It has been listed as a Biogenetic Reserve by the Council of Europe since 1992 and was included in the World Natural Heritage List by UNESCO in December 1999.
This is the exiting sport that takes place in mountainous watercourses, where you will have to jump, swim and do rappels in the waterfalls and rivers. Madeira is known as one of the best sites in the world to do this sport, where emotions, feeling of mastering situations and exhilarating fun is the main theme. This is where you will get close and into the nature.
The decision to take a tour is a good option for anyone wishing to discover the island of Madeira at their ease, without having to drive, although these days this poses no problem, thanks to the modern roads linking the various locations. There is a wide range of trips on offer through this gorgeous countryside, taking in everything from the charm of the tiny villages to everyday cosmopolitan life on Madeira.
The Madeira Tourist Board suggest the following tours: Eira do Serrado - Monte; Santana - Machico; Encumeada - Porto Moniz - Paul da Serra; and the island of Porto Santo There are, of course, many more. Visit a travel agent and you won’t waste time finding which trip best suits your interests.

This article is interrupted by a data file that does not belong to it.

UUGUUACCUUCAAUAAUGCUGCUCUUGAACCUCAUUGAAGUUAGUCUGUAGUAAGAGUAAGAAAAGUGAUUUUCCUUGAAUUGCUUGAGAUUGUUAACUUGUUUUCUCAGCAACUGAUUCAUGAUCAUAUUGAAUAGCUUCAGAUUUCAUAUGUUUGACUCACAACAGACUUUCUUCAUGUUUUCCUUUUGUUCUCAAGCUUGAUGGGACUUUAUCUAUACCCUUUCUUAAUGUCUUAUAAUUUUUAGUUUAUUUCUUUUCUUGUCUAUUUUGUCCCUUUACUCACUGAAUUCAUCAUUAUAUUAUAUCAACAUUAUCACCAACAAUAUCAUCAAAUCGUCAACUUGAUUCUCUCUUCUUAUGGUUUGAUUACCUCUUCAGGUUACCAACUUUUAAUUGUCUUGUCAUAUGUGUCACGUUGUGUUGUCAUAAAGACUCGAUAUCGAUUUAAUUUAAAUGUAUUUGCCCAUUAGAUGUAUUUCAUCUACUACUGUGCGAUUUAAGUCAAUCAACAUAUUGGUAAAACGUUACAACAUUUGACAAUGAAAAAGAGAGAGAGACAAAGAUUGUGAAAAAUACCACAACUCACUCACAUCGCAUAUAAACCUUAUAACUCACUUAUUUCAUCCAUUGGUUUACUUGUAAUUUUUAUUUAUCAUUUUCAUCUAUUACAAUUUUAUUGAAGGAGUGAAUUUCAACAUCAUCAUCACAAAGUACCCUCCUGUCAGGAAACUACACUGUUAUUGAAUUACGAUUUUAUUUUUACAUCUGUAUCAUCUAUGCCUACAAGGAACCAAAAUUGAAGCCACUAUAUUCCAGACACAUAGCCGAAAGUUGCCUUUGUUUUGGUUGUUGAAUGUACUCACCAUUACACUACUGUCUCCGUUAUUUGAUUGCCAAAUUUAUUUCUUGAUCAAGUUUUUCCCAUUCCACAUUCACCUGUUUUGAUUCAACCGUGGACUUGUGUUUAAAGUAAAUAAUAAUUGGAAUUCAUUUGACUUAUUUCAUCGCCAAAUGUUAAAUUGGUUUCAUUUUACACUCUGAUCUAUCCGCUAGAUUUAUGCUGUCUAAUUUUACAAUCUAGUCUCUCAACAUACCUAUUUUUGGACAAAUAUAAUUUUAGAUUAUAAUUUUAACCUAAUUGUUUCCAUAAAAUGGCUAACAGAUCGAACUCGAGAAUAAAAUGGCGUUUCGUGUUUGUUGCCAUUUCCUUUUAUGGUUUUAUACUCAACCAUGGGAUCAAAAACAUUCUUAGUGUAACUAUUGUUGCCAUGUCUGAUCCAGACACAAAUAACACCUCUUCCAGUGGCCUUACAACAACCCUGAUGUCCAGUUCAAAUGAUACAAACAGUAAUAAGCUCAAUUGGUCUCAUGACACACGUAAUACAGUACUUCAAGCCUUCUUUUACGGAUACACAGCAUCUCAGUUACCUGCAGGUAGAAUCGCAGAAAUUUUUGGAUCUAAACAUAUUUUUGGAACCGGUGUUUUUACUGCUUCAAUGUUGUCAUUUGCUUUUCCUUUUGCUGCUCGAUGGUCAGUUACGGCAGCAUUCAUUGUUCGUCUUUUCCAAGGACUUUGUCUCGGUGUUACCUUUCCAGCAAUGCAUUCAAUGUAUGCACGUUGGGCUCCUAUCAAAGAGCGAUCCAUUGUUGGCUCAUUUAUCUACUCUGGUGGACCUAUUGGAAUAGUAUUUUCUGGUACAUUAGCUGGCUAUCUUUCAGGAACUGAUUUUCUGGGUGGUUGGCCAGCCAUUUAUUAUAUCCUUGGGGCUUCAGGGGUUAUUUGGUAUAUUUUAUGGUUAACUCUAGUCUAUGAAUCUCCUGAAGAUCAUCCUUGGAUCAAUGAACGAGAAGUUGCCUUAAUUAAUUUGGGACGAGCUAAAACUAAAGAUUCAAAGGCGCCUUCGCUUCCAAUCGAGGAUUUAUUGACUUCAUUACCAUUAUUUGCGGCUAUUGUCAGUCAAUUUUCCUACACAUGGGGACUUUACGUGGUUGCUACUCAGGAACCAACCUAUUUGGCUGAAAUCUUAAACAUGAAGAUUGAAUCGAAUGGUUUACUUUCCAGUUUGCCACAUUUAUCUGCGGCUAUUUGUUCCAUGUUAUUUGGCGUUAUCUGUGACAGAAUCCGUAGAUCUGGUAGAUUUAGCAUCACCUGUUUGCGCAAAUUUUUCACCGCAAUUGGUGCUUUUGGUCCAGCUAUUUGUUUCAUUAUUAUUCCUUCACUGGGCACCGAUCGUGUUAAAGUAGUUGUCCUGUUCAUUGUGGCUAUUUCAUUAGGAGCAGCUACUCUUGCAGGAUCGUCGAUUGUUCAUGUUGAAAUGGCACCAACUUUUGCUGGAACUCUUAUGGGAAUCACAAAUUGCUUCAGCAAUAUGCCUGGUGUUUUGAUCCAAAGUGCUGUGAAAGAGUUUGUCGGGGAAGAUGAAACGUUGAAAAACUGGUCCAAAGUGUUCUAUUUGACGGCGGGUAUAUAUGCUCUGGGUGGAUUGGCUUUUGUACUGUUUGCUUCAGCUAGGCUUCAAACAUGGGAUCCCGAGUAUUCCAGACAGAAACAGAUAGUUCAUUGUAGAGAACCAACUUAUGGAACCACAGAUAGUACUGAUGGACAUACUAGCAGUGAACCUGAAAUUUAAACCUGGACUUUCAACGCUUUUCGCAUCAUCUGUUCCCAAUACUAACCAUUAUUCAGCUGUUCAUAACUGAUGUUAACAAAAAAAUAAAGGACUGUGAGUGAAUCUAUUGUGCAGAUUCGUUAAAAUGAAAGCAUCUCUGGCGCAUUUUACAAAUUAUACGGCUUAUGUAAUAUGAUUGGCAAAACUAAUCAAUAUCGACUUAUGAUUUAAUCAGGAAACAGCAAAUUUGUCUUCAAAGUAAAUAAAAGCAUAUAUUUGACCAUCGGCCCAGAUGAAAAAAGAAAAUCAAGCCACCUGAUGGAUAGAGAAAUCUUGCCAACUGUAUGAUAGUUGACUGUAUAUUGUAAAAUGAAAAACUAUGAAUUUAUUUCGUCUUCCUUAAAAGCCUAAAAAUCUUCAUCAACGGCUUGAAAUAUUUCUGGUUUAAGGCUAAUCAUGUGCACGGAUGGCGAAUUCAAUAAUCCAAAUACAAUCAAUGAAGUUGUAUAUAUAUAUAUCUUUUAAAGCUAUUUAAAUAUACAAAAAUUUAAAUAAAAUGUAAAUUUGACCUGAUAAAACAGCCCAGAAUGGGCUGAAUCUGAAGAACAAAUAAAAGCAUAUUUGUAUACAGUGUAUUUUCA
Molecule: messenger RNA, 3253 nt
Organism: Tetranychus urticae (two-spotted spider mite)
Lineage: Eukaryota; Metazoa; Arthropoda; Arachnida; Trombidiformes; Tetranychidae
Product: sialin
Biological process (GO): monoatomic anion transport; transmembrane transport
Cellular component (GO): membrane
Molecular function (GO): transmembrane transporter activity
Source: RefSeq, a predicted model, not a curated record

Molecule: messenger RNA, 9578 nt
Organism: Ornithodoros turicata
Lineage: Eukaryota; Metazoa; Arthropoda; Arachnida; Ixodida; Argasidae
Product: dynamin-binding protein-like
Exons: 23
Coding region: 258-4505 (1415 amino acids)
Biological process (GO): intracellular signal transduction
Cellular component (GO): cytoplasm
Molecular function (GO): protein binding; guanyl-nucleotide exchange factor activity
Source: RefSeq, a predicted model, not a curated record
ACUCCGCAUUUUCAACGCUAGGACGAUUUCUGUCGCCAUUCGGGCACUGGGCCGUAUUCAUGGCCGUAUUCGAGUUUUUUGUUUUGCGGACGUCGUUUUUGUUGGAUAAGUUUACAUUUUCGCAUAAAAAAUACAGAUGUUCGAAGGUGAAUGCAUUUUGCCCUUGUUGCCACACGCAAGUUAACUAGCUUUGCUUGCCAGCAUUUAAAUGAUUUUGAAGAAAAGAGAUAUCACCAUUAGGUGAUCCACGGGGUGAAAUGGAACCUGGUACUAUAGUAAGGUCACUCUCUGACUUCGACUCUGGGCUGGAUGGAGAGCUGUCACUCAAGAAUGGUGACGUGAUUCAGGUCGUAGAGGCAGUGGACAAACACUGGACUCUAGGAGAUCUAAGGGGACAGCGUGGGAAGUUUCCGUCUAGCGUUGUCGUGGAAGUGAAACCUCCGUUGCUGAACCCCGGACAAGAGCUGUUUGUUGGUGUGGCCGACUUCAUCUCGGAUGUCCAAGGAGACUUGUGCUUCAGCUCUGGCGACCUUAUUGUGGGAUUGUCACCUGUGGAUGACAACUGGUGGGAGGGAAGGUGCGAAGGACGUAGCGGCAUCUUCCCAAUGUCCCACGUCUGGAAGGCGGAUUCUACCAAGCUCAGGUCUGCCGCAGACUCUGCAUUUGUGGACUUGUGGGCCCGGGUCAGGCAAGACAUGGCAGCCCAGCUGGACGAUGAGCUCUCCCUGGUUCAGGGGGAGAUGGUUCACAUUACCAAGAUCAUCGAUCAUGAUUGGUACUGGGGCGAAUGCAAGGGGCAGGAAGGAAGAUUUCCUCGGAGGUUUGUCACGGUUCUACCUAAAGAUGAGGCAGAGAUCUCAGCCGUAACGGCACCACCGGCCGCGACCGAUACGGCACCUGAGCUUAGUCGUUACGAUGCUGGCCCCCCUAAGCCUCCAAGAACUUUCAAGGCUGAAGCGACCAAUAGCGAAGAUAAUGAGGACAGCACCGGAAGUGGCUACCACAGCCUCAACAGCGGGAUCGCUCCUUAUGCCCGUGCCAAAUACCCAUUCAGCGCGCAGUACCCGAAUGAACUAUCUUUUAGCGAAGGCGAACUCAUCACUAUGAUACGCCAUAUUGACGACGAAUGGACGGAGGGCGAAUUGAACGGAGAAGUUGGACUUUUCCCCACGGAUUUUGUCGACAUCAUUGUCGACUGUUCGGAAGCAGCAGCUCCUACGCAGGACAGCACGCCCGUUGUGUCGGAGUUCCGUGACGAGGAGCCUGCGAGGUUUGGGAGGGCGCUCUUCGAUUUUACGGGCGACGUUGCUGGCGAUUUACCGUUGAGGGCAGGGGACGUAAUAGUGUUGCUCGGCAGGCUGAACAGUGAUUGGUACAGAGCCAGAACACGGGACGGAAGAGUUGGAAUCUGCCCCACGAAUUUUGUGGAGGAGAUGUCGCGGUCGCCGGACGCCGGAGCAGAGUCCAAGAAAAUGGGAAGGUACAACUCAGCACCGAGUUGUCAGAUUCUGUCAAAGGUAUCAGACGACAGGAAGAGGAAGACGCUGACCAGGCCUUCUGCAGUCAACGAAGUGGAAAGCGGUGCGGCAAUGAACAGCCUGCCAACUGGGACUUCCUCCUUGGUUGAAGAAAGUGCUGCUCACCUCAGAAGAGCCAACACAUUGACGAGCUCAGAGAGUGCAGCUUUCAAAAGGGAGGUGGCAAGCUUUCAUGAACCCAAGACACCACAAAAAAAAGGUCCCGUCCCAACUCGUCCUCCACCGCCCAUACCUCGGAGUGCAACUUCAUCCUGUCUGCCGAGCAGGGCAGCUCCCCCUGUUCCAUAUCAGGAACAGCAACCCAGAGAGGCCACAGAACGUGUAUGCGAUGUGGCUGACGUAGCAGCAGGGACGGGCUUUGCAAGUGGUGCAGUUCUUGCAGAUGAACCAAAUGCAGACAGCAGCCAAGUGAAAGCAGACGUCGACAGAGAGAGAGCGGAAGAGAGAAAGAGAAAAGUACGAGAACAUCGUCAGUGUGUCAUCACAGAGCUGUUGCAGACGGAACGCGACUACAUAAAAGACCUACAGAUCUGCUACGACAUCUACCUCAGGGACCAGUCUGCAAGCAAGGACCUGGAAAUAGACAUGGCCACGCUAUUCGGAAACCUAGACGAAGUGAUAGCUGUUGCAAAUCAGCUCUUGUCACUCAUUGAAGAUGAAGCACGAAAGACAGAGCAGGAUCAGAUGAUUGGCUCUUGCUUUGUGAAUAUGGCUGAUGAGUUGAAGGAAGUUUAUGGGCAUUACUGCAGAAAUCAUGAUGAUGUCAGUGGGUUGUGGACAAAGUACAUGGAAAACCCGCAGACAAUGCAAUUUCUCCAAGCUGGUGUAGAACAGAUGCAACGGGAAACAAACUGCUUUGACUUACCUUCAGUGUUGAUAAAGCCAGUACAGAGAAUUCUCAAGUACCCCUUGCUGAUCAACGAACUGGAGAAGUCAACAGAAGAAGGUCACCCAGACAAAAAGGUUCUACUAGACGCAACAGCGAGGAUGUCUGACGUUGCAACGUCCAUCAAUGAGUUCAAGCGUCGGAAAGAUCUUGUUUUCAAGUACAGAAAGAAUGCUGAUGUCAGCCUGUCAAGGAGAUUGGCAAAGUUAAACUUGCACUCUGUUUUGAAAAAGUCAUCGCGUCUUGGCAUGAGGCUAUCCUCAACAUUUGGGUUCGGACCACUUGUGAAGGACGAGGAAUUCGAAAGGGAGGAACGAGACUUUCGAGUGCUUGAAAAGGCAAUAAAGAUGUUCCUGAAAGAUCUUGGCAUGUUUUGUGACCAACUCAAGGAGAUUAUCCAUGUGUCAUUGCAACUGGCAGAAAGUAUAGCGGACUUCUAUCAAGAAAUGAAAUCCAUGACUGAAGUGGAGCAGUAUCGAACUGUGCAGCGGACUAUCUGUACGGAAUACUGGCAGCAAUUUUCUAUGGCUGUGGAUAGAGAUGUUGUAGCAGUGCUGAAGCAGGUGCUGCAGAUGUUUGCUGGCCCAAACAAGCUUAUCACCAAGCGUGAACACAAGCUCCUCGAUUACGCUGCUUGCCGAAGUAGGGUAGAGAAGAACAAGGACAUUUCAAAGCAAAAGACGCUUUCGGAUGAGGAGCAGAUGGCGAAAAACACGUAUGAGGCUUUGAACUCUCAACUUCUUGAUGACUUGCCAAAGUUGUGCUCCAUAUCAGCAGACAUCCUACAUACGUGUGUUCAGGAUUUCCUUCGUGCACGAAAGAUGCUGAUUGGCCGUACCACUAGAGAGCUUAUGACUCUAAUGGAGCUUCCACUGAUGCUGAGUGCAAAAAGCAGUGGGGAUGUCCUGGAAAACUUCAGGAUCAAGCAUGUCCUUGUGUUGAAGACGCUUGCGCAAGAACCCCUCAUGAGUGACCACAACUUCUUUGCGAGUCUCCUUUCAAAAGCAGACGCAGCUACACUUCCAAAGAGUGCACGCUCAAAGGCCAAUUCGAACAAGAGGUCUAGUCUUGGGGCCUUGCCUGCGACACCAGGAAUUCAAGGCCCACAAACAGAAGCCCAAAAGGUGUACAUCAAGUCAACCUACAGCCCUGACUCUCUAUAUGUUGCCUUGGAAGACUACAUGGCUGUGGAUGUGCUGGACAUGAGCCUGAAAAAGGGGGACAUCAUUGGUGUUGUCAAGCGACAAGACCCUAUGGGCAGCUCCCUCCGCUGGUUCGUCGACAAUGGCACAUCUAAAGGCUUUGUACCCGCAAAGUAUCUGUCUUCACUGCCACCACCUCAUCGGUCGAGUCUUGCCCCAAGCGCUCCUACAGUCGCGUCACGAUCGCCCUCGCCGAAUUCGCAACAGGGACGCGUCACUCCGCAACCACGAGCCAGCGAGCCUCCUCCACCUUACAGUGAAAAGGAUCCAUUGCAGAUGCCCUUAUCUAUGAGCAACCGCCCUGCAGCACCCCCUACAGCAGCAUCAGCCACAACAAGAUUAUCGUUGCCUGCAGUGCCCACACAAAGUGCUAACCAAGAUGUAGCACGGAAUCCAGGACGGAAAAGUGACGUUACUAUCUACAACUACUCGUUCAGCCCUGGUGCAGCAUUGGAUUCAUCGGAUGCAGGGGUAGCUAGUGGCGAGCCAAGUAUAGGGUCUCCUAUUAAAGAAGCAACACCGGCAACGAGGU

If one day you fancy having a swim and spending the day on the beach, Madeira has a lot to offer. Although it is an island, Madeira has few beaches of real sand. There is one natural one, Prainha, at Caniçal, on the southernmost tip of the island. Another two are found in Seixal, near Casa das Videiras. The typical beach on Madeira is made of round, black pebbles. It isn’t very comfortable to walk on, but it is genuine, shaped by Nature, which always loves variety.
Some beaches are situated farther off, around the island, others are close by. There are places where you can swim in fresh or salt water. Although you have to pay to use some of the beaches, the majority are free – they are treated as public amenities. Nowadays, as anywhere else in the world, you can hire sun beds and other equipment, for a set price, but it’s never very much.
There are a number of swimming venues very close to Casa das Videiras.
While you can swim just down from the house, you can also go a bit further afield. In the latter case, go a little further up the hill, past the church. You’ll find a sign pointing you towards the swimming pools. Take that path, and you won’t regret it.
There are also the natural swimming pools at Porto Moniz, which are very typical of the island.
If you want to go diving off a beautiful beach of yellow sand you may choose to take a day trip by boat to the island of Porto Santo. Here you will find nine kilometers of sand in a beautiful bay where the calm water invites you to take a carefree plunge.
Anyone enjoying the hospitality of Casa das Videiras who is interested in diving has an excellent array of options. Frankly, the entire coastline is at your back and call. However, because of Madeira’s relief, not far off-shore the sea-bed drops away quite sharply.
Although the sea temperature is not very cold for most of the year, the ideal season for diving is between April and December, at which time the sea around our coast is almost always warm.
For diving around the island, the best plan is to make arrangements with one of boats which sail from Funchal on different days.